Fathers and Public Schools

Next Sunday is Father’s Day – the day we celebrate fathers and the important role they play in their children’s lives.

One of the most important areas where dads can make a difference is education.  Research shows that when fathers are interested in their children’s education and participate in school activities, the kids get better grades, are less likely to be retained in grade, behave more appropriately, are more likely to participate in extra-curricular activities, and are more engaged in school overall.

This is especially true for girls!  The academic expectations that a father has for his daughters are very important to their academic achievement.  Active involved fathers often do a great job of promoting achievement motivation, self-confidence, assertiveness, and the ability to compete – all things that don’t come easily to many girls in our culture.

Fathers and mothers often have different ways of viewing the world and different perspectives on how to raise their children.  This isn’t bad or good – it’s just different.  When fathers are involved in their children’s lives and their children’s education, their particular approach to life often stimulates greater curiosity and stronger problem-solving skills.  Fathers encourage exploration of the world and that gives their kids a sense of confidence.

What are some specific ways that fathers can be effectively involved in their children’s schools?  They can make an intentional effort to be in the school building at least once a week.  It may be to bring the kids to school, eat lunch in the school cafeteria, chaperone a field trip, attend a parent/teacher conference, volunteer, or attend a school program or event.  Whatever the reason, fathers who spend time at school and make an effort to get to know the school staff are making a positive difference in their children’s education.

Children love it when their fathers volunteer at school, and all the kids enjoy having a man around – especially in elementary school, which is a heavily female environment.  Helping in classrooms, going on field trips, participating in Career Day, and yes, bringing refreshments to the class parties, are all activities that are as appropriate for fathers as they are for mothers.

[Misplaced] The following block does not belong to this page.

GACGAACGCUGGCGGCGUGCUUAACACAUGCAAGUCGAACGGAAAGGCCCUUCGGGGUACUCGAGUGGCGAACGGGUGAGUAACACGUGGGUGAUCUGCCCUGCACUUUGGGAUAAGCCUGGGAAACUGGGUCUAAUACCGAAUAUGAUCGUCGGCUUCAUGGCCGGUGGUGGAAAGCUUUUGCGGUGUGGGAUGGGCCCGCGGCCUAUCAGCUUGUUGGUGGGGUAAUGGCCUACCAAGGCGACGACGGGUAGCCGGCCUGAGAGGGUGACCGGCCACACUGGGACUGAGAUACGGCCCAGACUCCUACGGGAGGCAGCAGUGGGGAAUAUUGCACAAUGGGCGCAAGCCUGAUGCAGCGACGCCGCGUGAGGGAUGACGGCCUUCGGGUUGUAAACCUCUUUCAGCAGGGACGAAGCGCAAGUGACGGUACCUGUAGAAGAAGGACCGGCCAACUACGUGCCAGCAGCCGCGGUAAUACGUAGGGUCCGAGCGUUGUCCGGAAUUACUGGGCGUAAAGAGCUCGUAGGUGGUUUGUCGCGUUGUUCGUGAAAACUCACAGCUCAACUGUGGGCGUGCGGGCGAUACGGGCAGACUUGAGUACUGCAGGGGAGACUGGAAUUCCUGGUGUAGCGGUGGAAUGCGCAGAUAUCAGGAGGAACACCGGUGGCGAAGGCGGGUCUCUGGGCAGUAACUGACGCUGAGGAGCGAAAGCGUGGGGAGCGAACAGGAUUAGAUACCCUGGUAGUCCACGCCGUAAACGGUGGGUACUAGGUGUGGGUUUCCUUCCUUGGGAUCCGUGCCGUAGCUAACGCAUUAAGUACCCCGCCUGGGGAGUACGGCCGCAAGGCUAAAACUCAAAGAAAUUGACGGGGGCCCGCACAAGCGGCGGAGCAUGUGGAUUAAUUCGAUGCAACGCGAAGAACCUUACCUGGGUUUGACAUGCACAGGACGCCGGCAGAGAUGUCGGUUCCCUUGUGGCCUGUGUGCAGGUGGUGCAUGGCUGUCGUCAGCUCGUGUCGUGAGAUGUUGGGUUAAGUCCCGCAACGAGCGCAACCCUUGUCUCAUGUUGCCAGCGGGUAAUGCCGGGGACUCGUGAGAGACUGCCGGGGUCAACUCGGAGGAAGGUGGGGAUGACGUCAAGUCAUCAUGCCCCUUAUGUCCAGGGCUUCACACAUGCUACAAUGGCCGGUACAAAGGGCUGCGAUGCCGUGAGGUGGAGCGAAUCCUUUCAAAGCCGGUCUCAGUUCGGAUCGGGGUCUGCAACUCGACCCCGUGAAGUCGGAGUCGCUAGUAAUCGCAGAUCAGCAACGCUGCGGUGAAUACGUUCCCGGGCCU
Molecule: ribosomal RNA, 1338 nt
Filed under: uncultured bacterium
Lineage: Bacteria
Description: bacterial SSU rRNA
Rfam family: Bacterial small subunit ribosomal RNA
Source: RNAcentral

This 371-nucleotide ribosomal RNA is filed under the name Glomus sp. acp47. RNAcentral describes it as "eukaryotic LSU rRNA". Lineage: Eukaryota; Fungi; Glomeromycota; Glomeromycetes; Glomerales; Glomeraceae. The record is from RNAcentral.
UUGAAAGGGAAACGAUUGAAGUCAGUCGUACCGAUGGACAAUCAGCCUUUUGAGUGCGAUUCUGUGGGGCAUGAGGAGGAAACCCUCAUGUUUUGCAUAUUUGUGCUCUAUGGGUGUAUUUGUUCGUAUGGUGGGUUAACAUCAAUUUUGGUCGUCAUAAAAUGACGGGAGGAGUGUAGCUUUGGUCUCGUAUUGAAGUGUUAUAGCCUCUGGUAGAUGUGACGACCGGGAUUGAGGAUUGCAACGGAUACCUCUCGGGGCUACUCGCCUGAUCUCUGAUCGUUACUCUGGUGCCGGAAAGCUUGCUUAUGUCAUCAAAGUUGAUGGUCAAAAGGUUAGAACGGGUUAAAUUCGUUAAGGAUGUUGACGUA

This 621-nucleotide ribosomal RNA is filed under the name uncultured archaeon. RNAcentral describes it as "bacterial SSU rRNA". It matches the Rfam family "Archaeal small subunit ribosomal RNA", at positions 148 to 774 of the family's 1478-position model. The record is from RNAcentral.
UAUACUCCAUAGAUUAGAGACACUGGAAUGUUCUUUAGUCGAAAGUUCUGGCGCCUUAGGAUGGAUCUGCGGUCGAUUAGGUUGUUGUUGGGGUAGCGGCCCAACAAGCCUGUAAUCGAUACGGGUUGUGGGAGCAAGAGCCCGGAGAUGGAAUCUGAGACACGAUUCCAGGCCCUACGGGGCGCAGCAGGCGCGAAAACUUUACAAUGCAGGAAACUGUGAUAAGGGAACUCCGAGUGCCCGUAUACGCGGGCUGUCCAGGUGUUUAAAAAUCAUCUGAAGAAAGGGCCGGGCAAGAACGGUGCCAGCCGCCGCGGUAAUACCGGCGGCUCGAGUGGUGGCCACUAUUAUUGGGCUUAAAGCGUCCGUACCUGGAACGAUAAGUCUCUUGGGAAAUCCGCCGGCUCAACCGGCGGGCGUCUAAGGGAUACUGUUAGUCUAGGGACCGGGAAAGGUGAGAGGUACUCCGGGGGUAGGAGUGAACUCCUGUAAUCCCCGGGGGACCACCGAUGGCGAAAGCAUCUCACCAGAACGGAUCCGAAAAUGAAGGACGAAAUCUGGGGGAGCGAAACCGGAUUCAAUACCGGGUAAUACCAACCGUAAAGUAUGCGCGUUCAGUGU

Very often, fathers are not directly involved at school until and unless there is a problem with one of their children.  Showing up to take care of the problem is much more effective when relationships and lines of communication have been in place since the beginning of the school year.  And it’s much easier to come up with a reasonable solution when everyone involved knows the context and has been monitoring the issues.

Homework is a major ordeal for many children and their families, and fathers are often able to effectively take charge of the homework battles.  And when dads have worked with their children to set goals and expectations for school, monitoring homework is the perfect way to assess progress towards those goals and make sure that expectations are appropriate.

Asking parents to read with children at home for 20-30 minutes a night is an almost universal expectation in elementary school.  What a great opportunity for fathers to interact with their kids in a warm and relaxed way!

Many fathers become more involved in school activities as their kids get older and become involved in sports and clubs at school.  In fact, fathers are often more visible at the high school level than mothers!  Being active in their children’s school life from the earliest grades sets the stage for high-quality, effective involvement in later grades.

But at the preschool and elementary level, many fathers are uncomfortable in the school environment.  How can schools help welcome fathers and encourage their active involvement?

Teachers can make an intentional effort to welcome fathers, get their contact information if it’s different, and specifically invite them to parent/teacher conferences and school events.  Fathers can make great contributions to PTA projects and school committees – but they often have to be asked and encouraged to participate.  Fathers make wonderful classroom volunteers, but it helps to have specific tasks for them to accomplish.  And success will breed success – as more fathers are visible at the elementary level, more fathers will feel comfortable with an active volunteer role.

Doughnuts for Dads is a great opportunity to get fathers to school in the morning to do a little bit of meeting and greeting with school staff while sharing doughnuts with their kids and other fathers.

There are a couple of school volunteer programs that are specifically geared towards fathers.  One of these is Watch D.O.G.S. (Dads of Great Students), a program designed and run by the National Center for Fathering.  Fathers volunteer to spend at least one day a year in their child’s school, monitoring hallways and lunch rooms and participating in any other assigned activities.  The goal is to provide positive male role models and enhance school security.

All Pro Dad’s Day is a school-based program that has partnered with the National PTA and the NFL to bring fathers together with their kids at school. Dads gather monthly with their children at an hour-long breakfast before school to discuss relevant topics and enjoy activities together.

Fathers have an important role to play in their children’s education.  Their interest, participation, and expectations set the stage for success in school.    Happy Father’s Day!

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